Selling Solar Like Cellphones

The Solar Company Making a Profit on Poor Africans
posted by StrikeTheViol on Dec 31, 2015 - 22 comments

Goodnight, gorillas!

Sleepy gorillas make their nests in Kahuzi-Biega National Park. You can visit these gorillas by going on a virtual gorilla trek in Democratic Republic of Congo!
posted by ChuraChura on Dec 22, 2015 - 9 comments

Radical Acceptance in the Pearl of Africa

Cleopatra Kambugu was outed as a trans woman following the passage of extremely punitive anti-gay bills in Uganda. She, her boyfriend, and her family are the subject of a series of short documentaries about life in East Africa for openly LGBTQI individuals. "I was born here - a land with beautiful mountains and deep dark forest - a country blessed with diversity in ethnicity, gender, flora and fauna. Yet in all this richness, as a people and as a nation, we still struggle to recognize and appreciate this diversity." links and videos contain some disturbing transphobic and homophobic rhetoric and violence. [more inside]
posted by ChuraChura on Dec 17, 2015 - 4 comments

Outsourcing, exploitation and the new reality of work

As you read this story you will recognise that the economic system that continues to keep black people very, very poor in this country has been broken for so long, and the private sector has been so strong for so long, that we have a vast imbalance that has been allowed to flourish unchecked. We the people have not been demanding when it comes to scrutiny of corporate conduct. [...] This story – this one you will read about Coca-Cola - is part of a rich canon. It exists because of First and Gqabi and Nxumalo and Jaffer and countless others.
via [more inside]
posted by infini on Dec 10, 2015 - 2 comments

Polly-glots

Hundreds of languages are spoken in Nigeria - so which one do you teach a parrot?
posted by ChuraChura on Dec 2, 2015 - 22 comments

You won't get a better collection of AfroSFF

Nigerian AfroSFF writer Wole Talabi shares links to his favourite 10 short stories of 2015 with a short intro.
posted by infini on Nov 29, 2015 - 11 comments

South African Safari time lapse

Gorgeous time-lapse video of South Africa and its wildlife. [more inside]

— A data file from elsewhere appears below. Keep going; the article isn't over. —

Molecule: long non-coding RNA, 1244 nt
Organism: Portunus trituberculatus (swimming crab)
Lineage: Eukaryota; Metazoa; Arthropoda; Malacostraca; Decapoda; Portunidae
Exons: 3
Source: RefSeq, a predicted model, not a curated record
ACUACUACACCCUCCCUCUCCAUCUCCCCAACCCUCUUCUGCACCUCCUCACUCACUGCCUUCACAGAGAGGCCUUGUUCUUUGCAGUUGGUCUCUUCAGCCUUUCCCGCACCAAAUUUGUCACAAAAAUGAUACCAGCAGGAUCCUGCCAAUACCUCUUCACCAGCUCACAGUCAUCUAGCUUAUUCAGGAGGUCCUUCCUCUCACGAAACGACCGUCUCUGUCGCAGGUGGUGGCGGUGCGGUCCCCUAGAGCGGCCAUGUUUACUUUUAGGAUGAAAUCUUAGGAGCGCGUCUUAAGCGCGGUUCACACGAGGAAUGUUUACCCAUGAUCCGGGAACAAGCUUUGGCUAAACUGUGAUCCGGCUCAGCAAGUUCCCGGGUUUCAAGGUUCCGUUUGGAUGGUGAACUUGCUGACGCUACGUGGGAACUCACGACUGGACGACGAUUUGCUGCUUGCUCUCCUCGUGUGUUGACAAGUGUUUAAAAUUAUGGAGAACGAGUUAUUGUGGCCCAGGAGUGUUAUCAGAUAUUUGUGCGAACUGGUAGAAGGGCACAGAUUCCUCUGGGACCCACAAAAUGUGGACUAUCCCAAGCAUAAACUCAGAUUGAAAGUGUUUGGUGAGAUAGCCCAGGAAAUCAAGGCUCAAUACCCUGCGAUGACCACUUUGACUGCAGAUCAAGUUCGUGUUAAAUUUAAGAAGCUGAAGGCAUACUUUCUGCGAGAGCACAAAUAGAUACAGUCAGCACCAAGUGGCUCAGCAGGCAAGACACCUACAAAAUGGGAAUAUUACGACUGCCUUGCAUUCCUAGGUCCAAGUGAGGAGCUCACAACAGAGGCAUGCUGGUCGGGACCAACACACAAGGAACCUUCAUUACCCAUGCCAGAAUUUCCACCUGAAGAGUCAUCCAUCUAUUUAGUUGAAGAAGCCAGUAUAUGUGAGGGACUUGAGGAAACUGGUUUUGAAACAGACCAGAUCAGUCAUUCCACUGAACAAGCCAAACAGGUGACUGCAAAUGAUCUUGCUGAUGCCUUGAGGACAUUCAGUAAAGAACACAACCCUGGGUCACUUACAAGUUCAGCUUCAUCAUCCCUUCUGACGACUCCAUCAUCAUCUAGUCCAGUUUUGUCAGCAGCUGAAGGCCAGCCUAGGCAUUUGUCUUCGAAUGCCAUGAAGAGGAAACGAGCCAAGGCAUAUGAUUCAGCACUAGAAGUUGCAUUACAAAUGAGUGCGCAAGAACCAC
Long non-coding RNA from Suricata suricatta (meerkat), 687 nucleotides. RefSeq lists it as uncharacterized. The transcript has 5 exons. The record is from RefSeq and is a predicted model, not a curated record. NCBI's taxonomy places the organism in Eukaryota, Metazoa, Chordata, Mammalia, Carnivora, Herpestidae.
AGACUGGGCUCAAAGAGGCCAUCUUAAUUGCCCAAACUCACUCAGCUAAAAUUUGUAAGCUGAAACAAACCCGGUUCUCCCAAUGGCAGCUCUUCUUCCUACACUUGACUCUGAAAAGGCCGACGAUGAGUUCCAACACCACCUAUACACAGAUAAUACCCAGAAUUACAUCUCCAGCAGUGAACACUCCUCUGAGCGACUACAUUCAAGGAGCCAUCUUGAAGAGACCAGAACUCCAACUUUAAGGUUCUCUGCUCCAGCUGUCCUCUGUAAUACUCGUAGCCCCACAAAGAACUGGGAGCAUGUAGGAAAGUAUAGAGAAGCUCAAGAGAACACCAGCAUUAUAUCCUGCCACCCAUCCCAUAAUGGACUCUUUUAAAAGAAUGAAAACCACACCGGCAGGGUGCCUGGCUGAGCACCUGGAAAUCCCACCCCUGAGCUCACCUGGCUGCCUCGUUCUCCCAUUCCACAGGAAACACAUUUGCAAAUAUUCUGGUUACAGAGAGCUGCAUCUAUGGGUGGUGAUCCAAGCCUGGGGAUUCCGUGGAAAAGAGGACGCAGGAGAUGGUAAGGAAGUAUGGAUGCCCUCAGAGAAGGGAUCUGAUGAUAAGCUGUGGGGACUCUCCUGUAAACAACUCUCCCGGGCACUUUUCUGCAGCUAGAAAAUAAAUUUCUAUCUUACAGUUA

posted by mudpuppie on Nov 20, 2015 - 14 comments

“Rain the Color of Blue With a Little Red in It”

"A revolutionary story of guitars, motorcycles, cell phones – and the music of a new generation” is how director Christopher Kirkley describes his West African re-imagining of Purple Rain. Set in the Saharan city of Agadez in Niger, Akounak Tedalat Taha Tazoughai (Akounak for short) is a visually sumptuous and musically thrilling movie that works splendidly with or without the Purple Rain mythos. But riffing on Prince’s tale locates Purple Rain’s universal heartbeat
posted by infini on Nov 15, 2015 - 10 comments

The Chanel of Africa

As the main supplier of fashion prints to nearly half a continent, the textile company has continued to dominate that fashion scene there for almost 170 years. How’d that happen? Rooted in European colonialism and a testament to African ingenuity, creativity, and cultural pride; it’s a surprising story
posted by infini on Oct 30, 2015 - 28 comments

The biggest raise our mothers will ever receive

On Friday, South African university students achieved a historic victory; after a week's protest they ensured there would be no fee increases at universities in 2016. This has been led by women. [more inside]
posted by infini on Oct 24, 2015 - 9 comments

"This is how they protect me."

"Every society struggles to care for people with mental illness. In parts of West Africa, where psychiatry is virtually unknown, the chain is often a last resort for desperate families who cannot control a loved one in the grip of psychosis. Religious retreats, known as prayer camps, set up makeshift psychiatric wards, usually with prayer as the only intervention." NYTimes. Links contain upsetting images and video. [more inside]
posted by ChuraChura on Oct 11, 2015 - 6 comments

Good women seldom make history.